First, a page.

1846 Catawba Manufacturing Co. 1846 H. B. Williams, Peter M. Brown & Gen. W. H. Neal Cotton yarn Catawba River, 8 miles west of Charlotte Mecklenburg
1848 Saxapahaw Cotton Mill
John Newlin & Sons
John Newlin, 1844
later sons James & Jonathan, and George Gutherie
Cotton yarn; looms installed 1859 Snow Camp on Haw River Orange (part became Alamance Co. in 1849)  Sold 1873 to Edwin H. Holt, John L. Williamson & Capt. James W. White (till 1884), then White, Williamson & Co. into 1900s
1848 Patterson Cotton Factory
S.F. Patterson & Co. (1851)
Samuel Finley Patterson, Edmund Jones & James C. Harper, 1843 Cotton yarn Fort Defiance Caldwell Destroyed by Union troops on March 29, 1865
Island Ford or Coffin Mill
Island Ford Manuf. Co.
1845 Elisha Coffin, A.S. Horney and George Makepeace; sold to Hugh S. Parks in 1858 Cotton yarn
1,700 spindles
Franklin Randolph (Deep River)
Swift Island Manuf. Co. 1845 Cotton yarn Montgomery
Haw River Factory 1845; bought by Francis Fries in 1850? Cotton yarn Orange (part became Alamance Co. in 1849) 
Cape Fear Manuf. Co. 1847 Cotton yarn New Hanover
Rock Creek Shoals Factory 1847 Cotton yarn Iredell
1848 Buena Vista Cotton Factory or the Buena Vista Manuf. Co. 1847 Jasper & Edwin B. Stowe Cotton yarn 4 miles south of Lincolnton on the South Fork of the Catawba River Lincoln This small operation was closed around 1851 and the equipment moved to Gaston County, where the Stowe's opened Stowe's Factory in 1853.
Deep River Manuf. Co. 1848 Cotton yarn Columbia Randolph
1848 Elkin Manuf. Co. 1848 Richard Gwyn Cotton yarn On Elkin Creek near Yadkin River Surry
Woodlawn Manuf. Co. 1848 Cotton yarn Gaston
1848 Blount's Creek Manuf. Co. 1848 George McNeil Cotton yarn Fayetteville Cumberland burned by Union troops March 1865
1849 Laurel Hill Cotton Factory
also known as Laurel Hill Manufacturing Co.; renamed Elm Grove Cotton Mill in 1884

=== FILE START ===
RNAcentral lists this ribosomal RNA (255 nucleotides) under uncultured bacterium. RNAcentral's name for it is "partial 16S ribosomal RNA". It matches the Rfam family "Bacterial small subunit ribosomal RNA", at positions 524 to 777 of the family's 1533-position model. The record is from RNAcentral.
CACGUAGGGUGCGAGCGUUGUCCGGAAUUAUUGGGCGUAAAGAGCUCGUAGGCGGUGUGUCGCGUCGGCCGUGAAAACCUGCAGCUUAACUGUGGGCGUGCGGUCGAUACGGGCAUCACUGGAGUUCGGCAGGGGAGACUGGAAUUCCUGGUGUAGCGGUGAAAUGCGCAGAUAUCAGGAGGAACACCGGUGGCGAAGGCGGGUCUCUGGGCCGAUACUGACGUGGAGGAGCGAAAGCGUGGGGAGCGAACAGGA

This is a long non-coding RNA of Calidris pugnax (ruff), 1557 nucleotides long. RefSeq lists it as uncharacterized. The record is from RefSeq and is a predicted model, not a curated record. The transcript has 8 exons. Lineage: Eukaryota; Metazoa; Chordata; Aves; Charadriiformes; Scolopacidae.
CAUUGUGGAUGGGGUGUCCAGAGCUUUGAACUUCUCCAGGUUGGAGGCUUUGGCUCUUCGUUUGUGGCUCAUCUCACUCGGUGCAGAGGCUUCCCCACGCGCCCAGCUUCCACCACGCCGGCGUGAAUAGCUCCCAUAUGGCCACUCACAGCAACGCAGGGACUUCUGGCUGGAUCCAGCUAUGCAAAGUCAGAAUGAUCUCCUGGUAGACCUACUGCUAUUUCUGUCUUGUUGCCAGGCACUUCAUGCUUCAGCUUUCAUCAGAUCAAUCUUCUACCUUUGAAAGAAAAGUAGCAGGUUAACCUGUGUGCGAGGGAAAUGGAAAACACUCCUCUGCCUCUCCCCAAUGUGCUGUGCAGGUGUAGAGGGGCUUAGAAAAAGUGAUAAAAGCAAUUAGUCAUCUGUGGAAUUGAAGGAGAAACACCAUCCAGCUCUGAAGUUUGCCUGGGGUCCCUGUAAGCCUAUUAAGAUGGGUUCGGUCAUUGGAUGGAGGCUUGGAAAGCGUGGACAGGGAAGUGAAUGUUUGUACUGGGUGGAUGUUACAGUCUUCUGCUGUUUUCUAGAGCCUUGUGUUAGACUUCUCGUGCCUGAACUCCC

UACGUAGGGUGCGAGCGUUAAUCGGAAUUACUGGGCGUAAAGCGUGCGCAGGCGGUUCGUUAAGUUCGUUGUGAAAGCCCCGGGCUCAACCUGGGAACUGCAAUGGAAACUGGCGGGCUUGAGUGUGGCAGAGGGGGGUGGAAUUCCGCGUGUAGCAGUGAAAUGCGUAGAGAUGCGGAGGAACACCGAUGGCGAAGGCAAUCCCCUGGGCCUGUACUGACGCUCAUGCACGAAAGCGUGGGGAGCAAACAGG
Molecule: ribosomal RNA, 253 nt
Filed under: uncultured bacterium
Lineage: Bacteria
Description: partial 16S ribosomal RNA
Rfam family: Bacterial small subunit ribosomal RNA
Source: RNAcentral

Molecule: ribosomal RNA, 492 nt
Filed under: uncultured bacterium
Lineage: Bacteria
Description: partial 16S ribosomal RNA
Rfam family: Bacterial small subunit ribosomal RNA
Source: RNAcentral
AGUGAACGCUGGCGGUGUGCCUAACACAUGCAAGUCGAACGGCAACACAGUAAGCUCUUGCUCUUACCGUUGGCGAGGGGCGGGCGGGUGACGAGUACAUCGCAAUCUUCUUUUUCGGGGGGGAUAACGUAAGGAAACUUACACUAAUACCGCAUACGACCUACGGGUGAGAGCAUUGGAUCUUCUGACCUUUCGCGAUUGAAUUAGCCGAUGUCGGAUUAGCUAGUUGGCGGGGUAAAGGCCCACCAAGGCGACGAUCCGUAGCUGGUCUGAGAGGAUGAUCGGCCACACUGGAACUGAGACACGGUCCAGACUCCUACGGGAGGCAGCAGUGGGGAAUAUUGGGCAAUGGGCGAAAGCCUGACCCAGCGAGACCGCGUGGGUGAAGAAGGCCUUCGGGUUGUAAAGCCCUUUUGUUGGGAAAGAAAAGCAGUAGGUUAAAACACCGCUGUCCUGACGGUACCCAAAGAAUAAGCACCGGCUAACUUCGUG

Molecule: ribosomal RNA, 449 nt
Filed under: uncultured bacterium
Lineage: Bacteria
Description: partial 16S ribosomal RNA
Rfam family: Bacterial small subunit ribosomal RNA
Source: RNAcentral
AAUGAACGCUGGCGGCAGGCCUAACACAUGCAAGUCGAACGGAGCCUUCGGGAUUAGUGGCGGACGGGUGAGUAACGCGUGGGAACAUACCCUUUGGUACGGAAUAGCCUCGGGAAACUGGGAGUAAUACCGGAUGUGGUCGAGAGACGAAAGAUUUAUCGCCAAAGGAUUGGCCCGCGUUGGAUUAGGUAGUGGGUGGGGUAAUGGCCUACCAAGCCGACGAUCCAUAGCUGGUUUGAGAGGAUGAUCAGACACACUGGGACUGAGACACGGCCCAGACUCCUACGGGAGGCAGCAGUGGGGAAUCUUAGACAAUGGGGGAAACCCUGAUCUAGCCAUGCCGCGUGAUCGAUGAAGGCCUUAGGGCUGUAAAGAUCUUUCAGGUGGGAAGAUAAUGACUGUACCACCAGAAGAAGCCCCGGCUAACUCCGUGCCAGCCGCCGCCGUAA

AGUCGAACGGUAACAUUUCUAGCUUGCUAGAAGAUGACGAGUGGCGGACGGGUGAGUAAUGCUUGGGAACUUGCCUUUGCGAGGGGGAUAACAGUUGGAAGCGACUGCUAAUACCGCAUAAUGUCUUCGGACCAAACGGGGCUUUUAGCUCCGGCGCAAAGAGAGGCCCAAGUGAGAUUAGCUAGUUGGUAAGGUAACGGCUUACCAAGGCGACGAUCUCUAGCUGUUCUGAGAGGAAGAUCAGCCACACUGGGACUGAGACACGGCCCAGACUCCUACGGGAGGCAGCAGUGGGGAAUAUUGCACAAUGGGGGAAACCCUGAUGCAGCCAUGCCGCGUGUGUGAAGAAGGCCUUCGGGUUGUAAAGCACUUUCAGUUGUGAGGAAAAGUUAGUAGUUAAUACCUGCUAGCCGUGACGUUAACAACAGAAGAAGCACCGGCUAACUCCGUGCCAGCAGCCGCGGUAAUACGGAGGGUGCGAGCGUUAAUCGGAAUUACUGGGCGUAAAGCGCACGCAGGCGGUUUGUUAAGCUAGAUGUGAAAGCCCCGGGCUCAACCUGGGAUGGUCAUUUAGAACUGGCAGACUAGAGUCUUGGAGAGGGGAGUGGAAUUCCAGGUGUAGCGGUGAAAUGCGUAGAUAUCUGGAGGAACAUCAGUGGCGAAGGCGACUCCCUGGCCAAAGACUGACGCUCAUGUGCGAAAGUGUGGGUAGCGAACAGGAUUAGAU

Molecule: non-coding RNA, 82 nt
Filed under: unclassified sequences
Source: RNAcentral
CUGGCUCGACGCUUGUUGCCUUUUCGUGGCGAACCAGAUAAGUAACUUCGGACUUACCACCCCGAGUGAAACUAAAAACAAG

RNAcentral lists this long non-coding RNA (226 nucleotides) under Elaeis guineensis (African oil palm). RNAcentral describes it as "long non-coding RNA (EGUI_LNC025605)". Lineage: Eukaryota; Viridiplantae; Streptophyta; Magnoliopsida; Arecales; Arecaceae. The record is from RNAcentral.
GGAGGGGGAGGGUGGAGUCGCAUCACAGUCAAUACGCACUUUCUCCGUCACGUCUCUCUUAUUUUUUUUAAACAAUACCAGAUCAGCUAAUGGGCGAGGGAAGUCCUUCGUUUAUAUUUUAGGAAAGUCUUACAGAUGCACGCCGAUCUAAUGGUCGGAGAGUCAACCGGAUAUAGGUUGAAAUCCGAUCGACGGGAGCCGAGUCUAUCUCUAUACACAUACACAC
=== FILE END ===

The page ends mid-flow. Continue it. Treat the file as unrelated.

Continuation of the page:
1848/1849 Motz & Company; then Barrett Motz & Co. 
(E.S. Barrett & Andrew Motz, who died 1851)
Cotton yarn
528 spindles in 1851
Lincolnton Lincoln Sold in 1858 to John F. Phifer & R. W. Allison
Columbia Cotton Mill 1849 Cotton yarn Randolph
1849 The Cotton Factory at High Shoals (later known as the High Shoals Manuf. Co.) 1849 John F. Phifer Cotton yarn & cloth 6 miles below Lincolnton at High Shoals on the South Fork of the Catawba River Lincoln
Johnston-Little River Manuf. Co. 1849 Cotton yarn Johnston
Newbern Manuf. Co. 1849 Cotton yarn Craven
1849 Union Manuf. Co. or
Union Mills
1849 Cotton yarn Fayetteville Cumberland burned by Union troops March 1865
1849 Union Factory
(1872 name changed to Randleman Manuf. Co.)
1848 Cotton yarn Union (original name Dicks, changed to Union in 1848; then to Randlesman in 1880) Randolph John Banner Randleman & John H. Ferree bought factory in 1872 and changed name to Randleman Manuf. Co.
Rock Island Wool Factory (1851 named the Rock Island Manuf. Co. 1849 Carson, Young & Grier
(1851 A. F. Orr)
Wool yarn Mecklenburg
Yadkin Cotton Factory 1849 Cotton yarn Wilkes
1850 Mountain Island Manuf. Co.
(from Mount Hecla Steam)
1849 Cotton & Wool yarn Gaston
1850 Eagle Cotton Mills 1850 Thomas N. Cooper Cotton yarn between Statesville and Salem Iredell burned by Union troops April 1865
Tomlinson's Cotton Factory 1850 Cotton yarn Iredell
Buck Shoals Manuf. Co. 1851 Cotton yarn Surry
Double Shoals Cotton Factory 1850 J. Z. Falls & Co. Cotton yarn Garner's Ford Cleaveland (now Cleveland Co.)
Orange Factory 1852 Cotton yarn Orange
Catawba Mill 1852 Cotton yarn Catawba
1853 Stowe's Factory or Stowesville Manuf. Co. 1851 Cotton yarn Gaston
Granite Shoals Factory 1854 Cotton yarn Catawba
1855 Yadkin Manuf. Co. 1855 Cotton yarn Davidson-Rowan
Yadkin Falls Manuf. Co. 1857 Cotton yarn Montgomery
1860 Rocky River Manuf. Co. 1860 Caleb Phifer Cotton yarn Cabarrus
? Belfont Cotton Manuf. Co.
(not sure it ever became operational)
1829 chartered; W. A. Blount, John Myers, William Ellison Cotton yarn Beaufort
1851 Additional Listings
Emanuel Alspaugh Cotton County Alexander 
Tomber & Gage Cotton Taber Church Iredell 
N.S. Perkins & Co. Cotton Beulah Johnston 
Carson, (John A.) Young & Greer Wool Charlotte Mecklenburg 
   became Youn, Wriston & Orr by 1860s
Niel, Brown & Williams Cotton Charlotte Mecklenburg 
Christian & Makepeace Cotton Lawrenceville Montgomery 
McRae & Monroe Cotton Troy Montgomery 
Webb & Douglas Cotton Hillsborough Orange 
John Webb Wool
1850s Larkin Stowe & E.B. Stowe Cotton Catawba River Gaston 1861
Wilfred Turner - Turner's Mill - burned by Union forces in March 1865
Thomas R. Tate's (1860s) Mill
Manchester Mill (1860s) Duncan Murchison
Powell & Shufford's Mill (1860s)
Steel Creek Factory - W. H. Neal, Charlotte pre 1860s - 1860s
Murray & Brothers (mill in Alamance)
Homesly's Mill - Wool 
James Town - Wool

Source: Ron Vinson, CSI/ISI; newspaper reports, original documents, etc.
 Note: We chose to list the year the mill went into operation, rather than when construction started or when a company charter was granted. Additional information, picture and narrative will be available for mills in a pop-up window.